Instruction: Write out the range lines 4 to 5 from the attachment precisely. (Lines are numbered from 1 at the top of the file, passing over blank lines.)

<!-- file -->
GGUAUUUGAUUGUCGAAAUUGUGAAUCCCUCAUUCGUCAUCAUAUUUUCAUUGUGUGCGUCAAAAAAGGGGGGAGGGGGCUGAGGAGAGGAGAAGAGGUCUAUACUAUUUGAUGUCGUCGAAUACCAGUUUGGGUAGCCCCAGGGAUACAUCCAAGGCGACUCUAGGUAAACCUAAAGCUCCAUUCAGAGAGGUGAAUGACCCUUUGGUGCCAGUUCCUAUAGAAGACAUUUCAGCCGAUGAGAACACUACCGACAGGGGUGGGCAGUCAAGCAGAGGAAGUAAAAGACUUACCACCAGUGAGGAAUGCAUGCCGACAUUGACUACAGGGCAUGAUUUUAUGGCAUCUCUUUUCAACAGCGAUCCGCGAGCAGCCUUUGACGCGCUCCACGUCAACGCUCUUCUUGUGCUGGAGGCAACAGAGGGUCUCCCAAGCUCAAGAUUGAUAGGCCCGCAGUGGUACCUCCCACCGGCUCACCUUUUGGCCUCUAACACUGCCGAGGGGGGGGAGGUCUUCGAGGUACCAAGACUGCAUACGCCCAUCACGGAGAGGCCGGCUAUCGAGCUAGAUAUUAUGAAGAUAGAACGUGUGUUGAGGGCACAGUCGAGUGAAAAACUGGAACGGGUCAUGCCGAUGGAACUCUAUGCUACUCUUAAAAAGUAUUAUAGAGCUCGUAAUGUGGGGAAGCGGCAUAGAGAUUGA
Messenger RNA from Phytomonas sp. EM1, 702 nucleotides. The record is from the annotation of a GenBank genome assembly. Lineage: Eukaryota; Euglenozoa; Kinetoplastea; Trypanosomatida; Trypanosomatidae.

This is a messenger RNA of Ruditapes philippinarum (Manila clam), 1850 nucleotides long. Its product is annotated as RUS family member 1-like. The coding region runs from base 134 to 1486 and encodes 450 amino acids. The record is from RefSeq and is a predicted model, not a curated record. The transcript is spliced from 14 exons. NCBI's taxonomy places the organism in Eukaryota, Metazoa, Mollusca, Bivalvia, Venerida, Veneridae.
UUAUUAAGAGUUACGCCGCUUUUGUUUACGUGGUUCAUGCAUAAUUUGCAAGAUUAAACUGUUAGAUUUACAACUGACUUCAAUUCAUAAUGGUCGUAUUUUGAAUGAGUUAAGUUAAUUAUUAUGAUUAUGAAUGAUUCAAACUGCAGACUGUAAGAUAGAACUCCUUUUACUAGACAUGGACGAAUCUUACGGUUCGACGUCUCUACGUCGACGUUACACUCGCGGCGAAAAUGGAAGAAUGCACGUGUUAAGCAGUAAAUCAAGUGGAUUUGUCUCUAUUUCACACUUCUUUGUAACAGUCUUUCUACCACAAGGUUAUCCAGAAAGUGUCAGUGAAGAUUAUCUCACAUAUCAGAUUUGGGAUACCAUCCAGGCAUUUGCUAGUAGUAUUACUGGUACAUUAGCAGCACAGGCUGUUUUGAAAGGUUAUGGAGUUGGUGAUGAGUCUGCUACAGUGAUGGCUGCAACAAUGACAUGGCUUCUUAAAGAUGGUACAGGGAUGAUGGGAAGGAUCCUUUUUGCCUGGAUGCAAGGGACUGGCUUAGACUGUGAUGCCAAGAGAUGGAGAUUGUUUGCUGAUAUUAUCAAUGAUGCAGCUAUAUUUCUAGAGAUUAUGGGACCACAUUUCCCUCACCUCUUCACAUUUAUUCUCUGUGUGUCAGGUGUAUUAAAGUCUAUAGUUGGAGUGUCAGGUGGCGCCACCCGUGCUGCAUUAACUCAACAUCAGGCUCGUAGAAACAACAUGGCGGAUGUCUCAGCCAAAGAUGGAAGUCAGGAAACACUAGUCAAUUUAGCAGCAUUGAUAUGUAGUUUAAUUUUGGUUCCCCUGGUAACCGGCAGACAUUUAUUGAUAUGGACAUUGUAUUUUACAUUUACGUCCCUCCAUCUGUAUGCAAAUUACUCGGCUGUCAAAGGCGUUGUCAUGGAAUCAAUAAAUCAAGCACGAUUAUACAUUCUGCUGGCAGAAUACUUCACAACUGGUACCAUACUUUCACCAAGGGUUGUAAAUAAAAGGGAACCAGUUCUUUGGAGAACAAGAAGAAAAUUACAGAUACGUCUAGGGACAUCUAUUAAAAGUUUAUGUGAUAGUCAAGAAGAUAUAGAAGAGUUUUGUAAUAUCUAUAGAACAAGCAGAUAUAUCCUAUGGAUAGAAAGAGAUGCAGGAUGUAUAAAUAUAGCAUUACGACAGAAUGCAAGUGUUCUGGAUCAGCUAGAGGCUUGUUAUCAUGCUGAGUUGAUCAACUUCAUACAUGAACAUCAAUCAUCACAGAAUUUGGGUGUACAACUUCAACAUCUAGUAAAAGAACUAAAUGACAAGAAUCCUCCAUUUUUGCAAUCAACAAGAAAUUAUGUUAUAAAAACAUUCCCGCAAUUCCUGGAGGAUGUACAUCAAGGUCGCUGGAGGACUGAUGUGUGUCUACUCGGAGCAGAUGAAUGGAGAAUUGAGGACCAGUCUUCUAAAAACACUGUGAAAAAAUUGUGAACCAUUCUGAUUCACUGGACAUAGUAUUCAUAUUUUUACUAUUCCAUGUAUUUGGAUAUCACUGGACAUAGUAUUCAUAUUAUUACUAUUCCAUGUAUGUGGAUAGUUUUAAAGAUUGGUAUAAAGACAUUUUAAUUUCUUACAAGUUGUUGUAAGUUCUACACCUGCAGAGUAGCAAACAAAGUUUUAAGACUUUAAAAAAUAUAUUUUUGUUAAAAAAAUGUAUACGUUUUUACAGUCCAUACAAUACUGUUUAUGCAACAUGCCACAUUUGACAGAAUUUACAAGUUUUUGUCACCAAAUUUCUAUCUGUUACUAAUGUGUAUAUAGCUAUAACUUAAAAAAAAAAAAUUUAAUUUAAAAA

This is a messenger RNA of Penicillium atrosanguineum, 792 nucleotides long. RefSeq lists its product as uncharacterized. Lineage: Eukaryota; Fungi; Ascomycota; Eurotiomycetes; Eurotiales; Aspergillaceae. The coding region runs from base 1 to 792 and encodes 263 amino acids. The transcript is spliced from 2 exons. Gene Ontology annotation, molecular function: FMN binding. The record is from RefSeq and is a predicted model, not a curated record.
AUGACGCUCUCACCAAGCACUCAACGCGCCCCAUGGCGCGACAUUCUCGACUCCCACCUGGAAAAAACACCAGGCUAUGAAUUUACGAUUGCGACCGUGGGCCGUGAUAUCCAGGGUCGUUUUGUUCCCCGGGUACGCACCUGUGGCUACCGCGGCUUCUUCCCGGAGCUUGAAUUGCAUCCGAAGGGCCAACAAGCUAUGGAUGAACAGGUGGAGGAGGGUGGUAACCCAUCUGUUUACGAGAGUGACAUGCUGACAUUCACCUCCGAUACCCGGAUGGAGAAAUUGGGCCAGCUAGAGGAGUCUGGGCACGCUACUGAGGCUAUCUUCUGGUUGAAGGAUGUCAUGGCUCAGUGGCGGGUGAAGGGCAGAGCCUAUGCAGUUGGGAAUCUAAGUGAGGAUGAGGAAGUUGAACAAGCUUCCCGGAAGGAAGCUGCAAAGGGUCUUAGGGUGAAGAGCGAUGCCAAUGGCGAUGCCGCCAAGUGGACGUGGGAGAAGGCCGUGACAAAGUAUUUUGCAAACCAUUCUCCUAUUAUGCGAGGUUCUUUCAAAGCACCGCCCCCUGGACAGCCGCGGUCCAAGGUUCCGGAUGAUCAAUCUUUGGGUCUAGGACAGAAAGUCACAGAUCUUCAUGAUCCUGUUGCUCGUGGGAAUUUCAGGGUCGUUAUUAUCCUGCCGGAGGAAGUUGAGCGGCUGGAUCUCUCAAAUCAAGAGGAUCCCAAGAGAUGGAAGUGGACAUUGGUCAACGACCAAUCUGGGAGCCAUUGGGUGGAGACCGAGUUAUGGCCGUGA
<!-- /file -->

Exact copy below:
UUAUUAAGAGUUACGCCGCUUUUGUUUACGUGGUUCAUGCAUAAUUUGCAAGAUUAAACUGUUAGAUUUACAACUGACUUCAAUUCAUAAUGGUCGUAUUUUGAAUGAGUUAAGUUAAUUAUUAUGAUUAUGAAUGAUUCAAACUGCAGACUGUAAGAUAGAACUCCUUUUACUAGACAUGGACGAAUCUUACGGUUCGACGUCUCUACGUCGACGUUACACUCGCGGCGAAAAUGGAAGAAUGCACGUGUUAAGCAGUAAAUCAAGUGGAUUUGUCUCUAUUUCACACUUCUUUGUAACAGUCUUUCUACCACAAGGUUAUCCAGAAAGUGUCAGUGAAGAUUAUCUCACAUAUCAGAUUUGGGAUACCAUCCAGGCAUUUGCUAGUAGUAUUACUGGUACAUUAGCAGCACAGGCUGUUUUGAAAGGUUAUGGAGUUGGUGAUGAGUCUGCUACAGUGAUGGCUGCAACAAUGACAUGGCUUCUUAAAGAUGGUACAGGGAUGAUGGGAAGGAUCCUUUUUGCCUGGAUGCAAGGGACUGGCUUAGACUGUGAUGCCAAGAGAUGGAGAUUGUUUGCUGAUAUUAUCAAUGAUGCAGCUAUAUUUCUAGAGAUUAUGGGACCACAUUUCCCUCACCUCUUCACAUUUAUUCUCUGUGUGUCAGGUGUAUUAAAGUCUAUAGUUGGAGUGUCAGGUGGCGCCACCCGUGCUGCAUUAACUCAACAUCAGGCUCGUAGAAACAACAUGGCGGAUGUCUCAGCCAAAGAUGGAAGUCAGGAAACACUAGUCAAUUUAGCAGCAUUGAUAUGUAGUUUAAUUUUGGUUCCCCUGGUAACCGGCAGACAUUUAUUGAUAUGGACAUUGUAUUUUACAUUUACGUCCCUCCAUCUGUAUGCAAAUUACUCGGCUGUCAAAGGCGUUGUCAUGGAAUCAAUAAAUCAAGCACGAUUAUACAUUCUGCUGGCAGAAUACUUCACAACUGGUACCAUACUUUCACCAAGGGUUGUAAAUAAAAGGGAACCAGUUCUUUGGAGAACAAGAAGAAAAUUACAGAUACGUCUAGGGACAUCUAUUAAAAGUUUAUGUGAUAGUCAAGAAGAUAUAGAAGAGUUUUGUAAUAUCUAUAGAACAAGCAGAUAUAUCCUAUGGAUAGAAAGAGAUGCAGGAUGUAUAAAUAUAGCAUUACGACAGAAUGCAAGUGUUCUGGAUCAGCUAGAGGCUUGUUAUCAUGCUGAGUUGAUCAACUUCAUACAUGAACAUCAAUCAUCACAGAAUUUGGGUGUACAACUUCAACAUCUAGUAAAAGAACUAAAUGACAAGAAUCCUCCAUUUUUGCAAUCAACAAGAAAUUAUGUUAUAAAAACAUUCCCGCAAUUCCUGGAGGAUGUACAUCAAGGUCGCUGGAGGACUGAUGUGUGUCUACUCGGAGCAGAUGAAUGGAGAAUUGAGGACCAGUCUUCUAAAAACACUGUGAAAAAAUUGUGAACCAUUCUGAUUCACUGGACAUAGUAUUCAUAUUUUUACUAUUCCAUGUAUUUGGAUAUCACUGGACAUAGUAUUCAUAUUAUUACUAUUCCAUGUAUGUGGAUAGUUUUAAAGAUUGGUAUAAAGACAUUUUAAUUUCUUACAAGUUGUUGUAAGUUCUACACCUGCAGAGUAGCAAACAAAGUUUUAAGACUUUAAAAAAUAUAUUUUUGUUAAAAAAAUGUAUACGUUUUUACAGUCCAUACAAUACUGUUUAUGCAACAUGCCACAUUUGACAGAAUUUACAAGUUUUUGUCACCAAAUUUCUAUCUGUUACUAAUGUGUAUAUAGCUAUAACUUAAAAAAAAAAAAUUUAAUUUAAAAA

This is a messenger RNA of Penicillium atrosanguineum, 792 nucleotides long. RefSeq lists its product as uncharacterized. Lineage: Eukaryota; Fungi; Ascomycota; Eurotiomycetes; Eurotiales; Aspergillaceae. The coding region runs from base 1 to 792 and encodes 263 amino acids. The transcript is spliced from 2 exons. Gene Ontology annotation, molecular function: FMN binding. The record is from RefSeq and is a predicted model, not a curated record.